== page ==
Mothers are famous for their ability to juggle a seemingly infinite number of tasks in any given day. Time management, prioritization, and peer support are skills and resources that mothers draw on and that physicians increasingly need in the hectic environment of contemporary medical practice. Unfortunately, while these "efficiency" skills seem innate to mothers, they seem lacking in, and are not taught to, medical students, residents, and new physicians during their education and training. For example, physicians should to take advantage of the competencies of other professionals such as nurses, social workers, and chaplains in providing efficient care to their patients. While it is true that physicians need to manage their time better, it must also be noted that physicians do not have as much control over the conditions of their work environment as mothers, and thus true efforts towards efficiency, must address the "hassle factor" that distracts physicians from caring for patients.


There is no "basic" formula for the preparation of chicken soup. Some mothers add carrots, others may not; there seem to be an infinite number of variations. The fowl of preference in Chinese culture may be duck (of the Peking variety) rather than chicken—but, frankly, both birds will probably be equal in therapeutic value.

"Flexibility" also describes the different ways mothers relate to their children whom they love equally. Some mother-children relationships are easy while others are more difficult. One child will almost always obey, another will need closer observation and more coaxing. From the physician's perspective, the ability to interact differently with patients who have exactly the same illness is critical to establishing a therapeutic relationship. Thus physicians, no less than mothers, must be flexible and treat each person they care for as an individual.

Forward looking

Mothers are, by their nature, forward looking, devoted to and constantly protecting their children's futures. This longitudinal perspective that mothers have in the care of their children is a worthy of reminder for physicians. Physicians, too, look out for their patient's best interest, but sometimes our view gets myopic. Frequently physicians get swept up by the intensity of managing and treating an acute illness, and can lose sight of patients' long term well-being. There are few relationships outside those of the blood variety that are as important and intimate as the patient-physician relationship. Therefore, in many ways, our mothers remind us as physicians to balance our desire to cure at all costs and the need to care for our patients.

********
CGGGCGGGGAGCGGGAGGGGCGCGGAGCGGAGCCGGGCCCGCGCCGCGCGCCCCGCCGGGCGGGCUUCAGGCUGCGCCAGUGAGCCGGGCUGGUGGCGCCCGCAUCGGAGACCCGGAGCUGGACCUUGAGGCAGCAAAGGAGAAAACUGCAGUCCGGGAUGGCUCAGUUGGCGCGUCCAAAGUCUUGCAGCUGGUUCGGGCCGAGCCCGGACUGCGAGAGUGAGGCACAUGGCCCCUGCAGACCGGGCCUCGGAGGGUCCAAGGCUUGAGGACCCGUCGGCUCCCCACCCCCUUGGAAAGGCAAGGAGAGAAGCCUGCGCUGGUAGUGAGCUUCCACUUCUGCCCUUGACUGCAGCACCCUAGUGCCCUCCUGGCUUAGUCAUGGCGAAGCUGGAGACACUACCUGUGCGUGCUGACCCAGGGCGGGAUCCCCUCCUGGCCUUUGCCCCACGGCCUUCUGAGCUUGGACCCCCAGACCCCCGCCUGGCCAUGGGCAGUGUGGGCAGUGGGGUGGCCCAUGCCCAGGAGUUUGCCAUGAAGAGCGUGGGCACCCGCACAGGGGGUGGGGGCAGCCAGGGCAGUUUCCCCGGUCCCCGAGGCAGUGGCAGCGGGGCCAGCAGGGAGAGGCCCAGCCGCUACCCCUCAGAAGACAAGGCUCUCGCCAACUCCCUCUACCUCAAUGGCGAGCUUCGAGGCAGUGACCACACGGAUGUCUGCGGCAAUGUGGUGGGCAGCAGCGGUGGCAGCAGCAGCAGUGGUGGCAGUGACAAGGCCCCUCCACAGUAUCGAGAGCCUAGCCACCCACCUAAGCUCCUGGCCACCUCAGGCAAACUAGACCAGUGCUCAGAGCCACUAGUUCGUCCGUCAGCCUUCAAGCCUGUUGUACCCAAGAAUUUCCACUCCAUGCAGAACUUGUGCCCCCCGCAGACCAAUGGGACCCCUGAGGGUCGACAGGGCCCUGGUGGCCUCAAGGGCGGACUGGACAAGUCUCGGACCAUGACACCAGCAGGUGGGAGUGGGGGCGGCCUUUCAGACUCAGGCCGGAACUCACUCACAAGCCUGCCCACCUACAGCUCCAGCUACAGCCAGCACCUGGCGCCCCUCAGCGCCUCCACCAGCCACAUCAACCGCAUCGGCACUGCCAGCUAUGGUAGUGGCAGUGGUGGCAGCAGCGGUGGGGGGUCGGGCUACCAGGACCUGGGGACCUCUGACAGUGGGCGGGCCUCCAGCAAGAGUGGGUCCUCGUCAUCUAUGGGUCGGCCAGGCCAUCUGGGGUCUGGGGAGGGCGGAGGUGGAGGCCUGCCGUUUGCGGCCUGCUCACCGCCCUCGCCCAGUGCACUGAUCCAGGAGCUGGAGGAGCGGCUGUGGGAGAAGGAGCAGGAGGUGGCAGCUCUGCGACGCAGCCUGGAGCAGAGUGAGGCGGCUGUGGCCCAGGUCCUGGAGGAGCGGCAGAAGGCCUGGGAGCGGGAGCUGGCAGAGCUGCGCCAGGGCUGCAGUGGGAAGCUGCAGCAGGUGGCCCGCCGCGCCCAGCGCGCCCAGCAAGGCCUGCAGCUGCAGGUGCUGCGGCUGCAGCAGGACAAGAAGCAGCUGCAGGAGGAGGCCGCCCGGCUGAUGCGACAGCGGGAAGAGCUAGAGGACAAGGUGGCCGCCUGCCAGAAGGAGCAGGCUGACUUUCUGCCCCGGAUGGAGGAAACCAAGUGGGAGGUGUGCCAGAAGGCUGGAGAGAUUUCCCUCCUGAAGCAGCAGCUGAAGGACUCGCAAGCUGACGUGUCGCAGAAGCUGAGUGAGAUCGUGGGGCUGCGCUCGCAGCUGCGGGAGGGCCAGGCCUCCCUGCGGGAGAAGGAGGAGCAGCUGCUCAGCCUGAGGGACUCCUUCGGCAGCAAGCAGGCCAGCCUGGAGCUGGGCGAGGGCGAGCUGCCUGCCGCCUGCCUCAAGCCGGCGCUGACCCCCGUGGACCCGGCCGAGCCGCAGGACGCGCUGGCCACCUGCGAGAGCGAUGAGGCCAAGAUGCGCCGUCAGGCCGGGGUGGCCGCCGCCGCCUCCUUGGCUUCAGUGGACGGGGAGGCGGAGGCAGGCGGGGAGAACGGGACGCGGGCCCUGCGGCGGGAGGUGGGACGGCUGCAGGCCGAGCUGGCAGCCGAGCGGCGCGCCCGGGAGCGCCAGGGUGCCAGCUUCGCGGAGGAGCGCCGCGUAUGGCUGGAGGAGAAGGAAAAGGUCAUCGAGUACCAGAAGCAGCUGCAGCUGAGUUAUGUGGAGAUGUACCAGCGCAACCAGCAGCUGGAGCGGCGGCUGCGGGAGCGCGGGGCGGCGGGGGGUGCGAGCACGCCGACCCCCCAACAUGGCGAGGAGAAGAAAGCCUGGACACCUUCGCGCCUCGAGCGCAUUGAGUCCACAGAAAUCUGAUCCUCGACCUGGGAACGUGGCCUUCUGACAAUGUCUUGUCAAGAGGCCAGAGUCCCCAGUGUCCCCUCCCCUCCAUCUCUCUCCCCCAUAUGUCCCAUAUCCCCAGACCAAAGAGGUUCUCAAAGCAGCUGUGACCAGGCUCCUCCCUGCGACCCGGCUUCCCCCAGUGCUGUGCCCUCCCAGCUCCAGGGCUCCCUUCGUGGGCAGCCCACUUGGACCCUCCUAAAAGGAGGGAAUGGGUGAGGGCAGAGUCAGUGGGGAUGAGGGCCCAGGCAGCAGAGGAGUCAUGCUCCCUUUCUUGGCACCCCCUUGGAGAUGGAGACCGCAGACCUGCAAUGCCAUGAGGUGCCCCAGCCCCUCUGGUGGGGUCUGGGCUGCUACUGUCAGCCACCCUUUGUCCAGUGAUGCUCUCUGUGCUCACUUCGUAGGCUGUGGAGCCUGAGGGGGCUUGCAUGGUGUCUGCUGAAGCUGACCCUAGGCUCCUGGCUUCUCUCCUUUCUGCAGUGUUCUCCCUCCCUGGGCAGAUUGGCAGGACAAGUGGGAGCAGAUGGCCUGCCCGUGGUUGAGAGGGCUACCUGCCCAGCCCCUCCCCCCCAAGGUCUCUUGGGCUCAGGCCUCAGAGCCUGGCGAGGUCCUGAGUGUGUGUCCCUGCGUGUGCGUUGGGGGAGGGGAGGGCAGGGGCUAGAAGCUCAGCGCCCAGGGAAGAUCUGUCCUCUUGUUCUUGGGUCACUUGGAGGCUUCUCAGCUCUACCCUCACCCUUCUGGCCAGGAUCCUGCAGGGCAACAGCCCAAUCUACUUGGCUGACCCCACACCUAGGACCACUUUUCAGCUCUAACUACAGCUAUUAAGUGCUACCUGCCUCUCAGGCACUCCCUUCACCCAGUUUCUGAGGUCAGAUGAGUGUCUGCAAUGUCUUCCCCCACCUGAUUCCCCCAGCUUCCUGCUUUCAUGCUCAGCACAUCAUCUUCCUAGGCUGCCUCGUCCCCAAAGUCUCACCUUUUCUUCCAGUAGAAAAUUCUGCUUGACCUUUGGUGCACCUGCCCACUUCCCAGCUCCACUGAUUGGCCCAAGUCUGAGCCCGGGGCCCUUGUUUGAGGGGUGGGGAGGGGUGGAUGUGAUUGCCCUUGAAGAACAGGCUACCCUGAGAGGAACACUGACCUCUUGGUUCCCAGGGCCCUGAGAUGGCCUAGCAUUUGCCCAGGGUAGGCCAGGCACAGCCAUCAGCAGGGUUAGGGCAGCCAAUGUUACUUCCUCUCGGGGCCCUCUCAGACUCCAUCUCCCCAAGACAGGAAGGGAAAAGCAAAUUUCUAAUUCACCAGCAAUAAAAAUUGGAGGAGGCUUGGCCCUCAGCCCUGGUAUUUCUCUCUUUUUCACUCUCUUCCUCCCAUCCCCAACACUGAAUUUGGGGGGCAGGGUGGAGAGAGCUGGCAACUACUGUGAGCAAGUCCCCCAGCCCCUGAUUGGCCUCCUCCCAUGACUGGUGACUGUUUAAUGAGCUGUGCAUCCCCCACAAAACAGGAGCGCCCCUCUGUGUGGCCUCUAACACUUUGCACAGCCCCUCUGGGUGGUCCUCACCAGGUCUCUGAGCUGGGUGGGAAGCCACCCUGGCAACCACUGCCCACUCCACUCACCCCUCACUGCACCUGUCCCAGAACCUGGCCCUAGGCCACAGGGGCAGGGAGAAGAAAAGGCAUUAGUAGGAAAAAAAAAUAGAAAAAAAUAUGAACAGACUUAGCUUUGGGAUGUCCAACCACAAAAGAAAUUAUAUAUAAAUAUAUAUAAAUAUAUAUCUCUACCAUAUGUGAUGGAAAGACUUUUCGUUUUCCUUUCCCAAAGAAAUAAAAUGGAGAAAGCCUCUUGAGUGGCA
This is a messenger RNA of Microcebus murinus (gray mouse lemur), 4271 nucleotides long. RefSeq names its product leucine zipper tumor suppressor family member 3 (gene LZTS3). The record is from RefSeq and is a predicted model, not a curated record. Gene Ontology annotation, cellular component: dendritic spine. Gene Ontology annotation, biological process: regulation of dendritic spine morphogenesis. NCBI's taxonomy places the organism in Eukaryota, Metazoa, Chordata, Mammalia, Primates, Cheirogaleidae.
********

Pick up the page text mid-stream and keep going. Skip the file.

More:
In the month of May when mothers are honored and motherhood celebrated, I want to say, "Mom, thanks for all of your support through the years. Love, your son.



  1. Action programme on essential drugs. Action for equity. Geneva: World Health Organization; 1988, DAP 92.5:5.

  2. Ohry A, Tsafrir J. Is chicken soup an essential drug? CMAJ. 1999;161(12):1532-1533.

  3. The Babylonian Talmud (2nd century BC 3rd Century AD). Seder Moed, Shabbath. 145b.

  4. A Treatise on the Canon of Medicine of Avicenna [Book I translated by Gruner OC]. London: Luzac; 1930;407.

  5. The twentieth treatise. Vol 2. The Medical Aphorisms of Moses Maimonides. Translated and edited by Rosner F, Muntner S. New York: Yeshiva University Press;1971:77.


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The viewpoints expressed in this article are those of the author(s) and do not necessarily reflect the views and policies of the AMA.